It’s Narcissist Friday!
“‘Malignant Self-Love – Narcissism Revisited’ was written under extreme conditions of duress. It was composed in jail as I was trying to understand what had hit me. My nine years old marriage dissolved, my finances were in a chocking condition, my family estranged, my reputation ruined, my personal freedom severely curtailed. Slowly, the realisation that it was all my fault, that I was sick and needed help penetrated the decades old defences that I erected around me.”
Sam Vaknin is a narcissist.
When I found myself engaged in a psychological battle with a narcissist in a counseling relationship, I happened on Vaknin’s book at Barnes & Noble. I opened the book and found a precise description of the strange feelings I saw in the wife of the narcissist I was working with. From that point on, I was hooked. I bought a large cup of coffee and read nearly all of the 400-page book right there. What he said was amazing! It explained so much and opened my eyes to a world of pain and struggle that I had never seen before. At least, I had never understood what it was before.
Lest you think I cheated the author and the bookstore out of a book by reading it there, the contrary is true. In fact, I bought three copies of the paperback book at $45 each. One for me, one for the narcissist, and one for his wife. You can probably guess what happened to them. I still have mine and use it. His went into the trash. Hers became trashed by innumerable comments, highlights, paperclips, and other markings.
Vaknin’s writings have been very popular on the web, partly because he offers them freely and gives people a place to communicate with each other. He is probably not, as I read from someone, the “world’s foremost authority on narcissism.” He is simply a narcissist who is able to communicate well about how he and other narcissists relate to the people around them. His writing is blunt and surprisingly helpful for those who want to understand why their narcissist acts the way he or she does. He has produced many YouTube videos as another method of getting his message out.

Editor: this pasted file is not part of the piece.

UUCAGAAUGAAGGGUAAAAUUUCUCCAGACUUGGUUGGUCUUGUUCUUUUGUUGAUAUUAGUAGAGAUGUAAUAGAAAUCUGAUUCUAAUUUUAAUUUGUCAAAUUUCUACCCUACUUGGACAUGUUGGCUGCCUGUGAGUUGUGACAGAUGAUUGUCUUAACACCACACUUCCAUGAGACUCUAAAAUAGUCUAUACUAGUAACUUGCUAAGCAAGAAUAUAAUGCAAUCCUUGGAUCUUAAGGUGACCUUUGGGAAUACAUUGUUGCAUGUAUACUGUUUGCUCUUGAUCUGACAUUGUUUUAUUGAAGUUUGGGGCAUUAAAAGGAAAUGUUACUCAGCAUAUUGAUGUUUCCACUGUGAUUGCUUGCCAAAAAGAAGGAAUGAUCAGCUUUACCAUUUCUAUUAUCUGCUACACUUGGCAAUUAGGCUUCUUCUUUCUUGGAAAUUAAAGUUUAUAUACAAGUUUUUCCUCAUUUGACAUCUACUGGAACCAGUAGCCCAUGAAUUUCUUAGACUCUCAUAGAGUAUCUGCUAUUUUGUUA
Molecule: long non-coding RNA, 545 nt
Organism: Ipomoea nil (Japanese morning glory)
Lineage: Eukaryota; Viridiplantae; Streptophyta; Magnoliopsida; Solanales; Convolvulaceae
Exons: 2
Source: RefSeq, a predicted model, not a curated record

But Vaknin is not a professional psychologist. As I understand it, his degree is in Philosophy, which may establish him as a reader and thinker, but not a mental health professional. And he is up front with this. Nor does he write from a Christian perspective. I know nothing of his personal faith, but he writes from his own reasoning tempered by what he has learned through study.
All of this is fine, of course, and I have no desire to disrespect Sam Vaknin or his work. Not only is he very popular, but he helped me at an important time. I only have one question:
Can I trust a narcissist?
If a narcissist confesses his narcissism and tries to teach me about his problems, can I trust him? Those who have been in close relationship with narcissists will almost universally agree that when the narcissist seems to be sharing from his heart, he is simply using another method of deception and manipulation. The narcissistic need for hiding and self-preservation is so fundamental to the disorder that any sharing from the heart, honest and intimate communication, would be the ultimate risk. So experience would suggest that when a narcissist says, “Hey, I am a narcissist and here’s how I operate,” we should be on the alert.
It may be enough, of course, that Vaknin has achieved through his disorder far more than he had previously achieved in business. He has an opportunity to touch the lives of thousands of people with his own perspective. He is well-respected as a writer and teacher. And, even though he has not designed his website for significant revenue, he appears to sell both his books and his presence as a speaker.
Sometimes a narcissist will surprise you with what seems to be honest personal exposure. He may tell you something of the pain of his childhood. He may reveal how he thinks about people. She might show you what makes her afraid. You may be encouraged by this and open yourself in the same way. You may think that you are sharing something intimate. But beware. The narcissist will only be vulnerable to the point where he begins to feel vulnerable. In other words, if it serves his purpose and he can control the effect, he will share beyond your expectations. But he will not really open his heart to you and you may be suddenly betrayed and used.
Now, I will make a bold statement. I do not consider myself to be an expert on narcissism, nor do I think of myself as a mental health professional. But it seems to me that:
When a narcissist can truly open his heart to reveal his fear and pain, and be honest about how he hurts others in protecting himself, and can feel remorse for what he has done and empathy toward those he has hurt—he has ceased to be a narcissist.
(Sam Vaknin’s website is here.)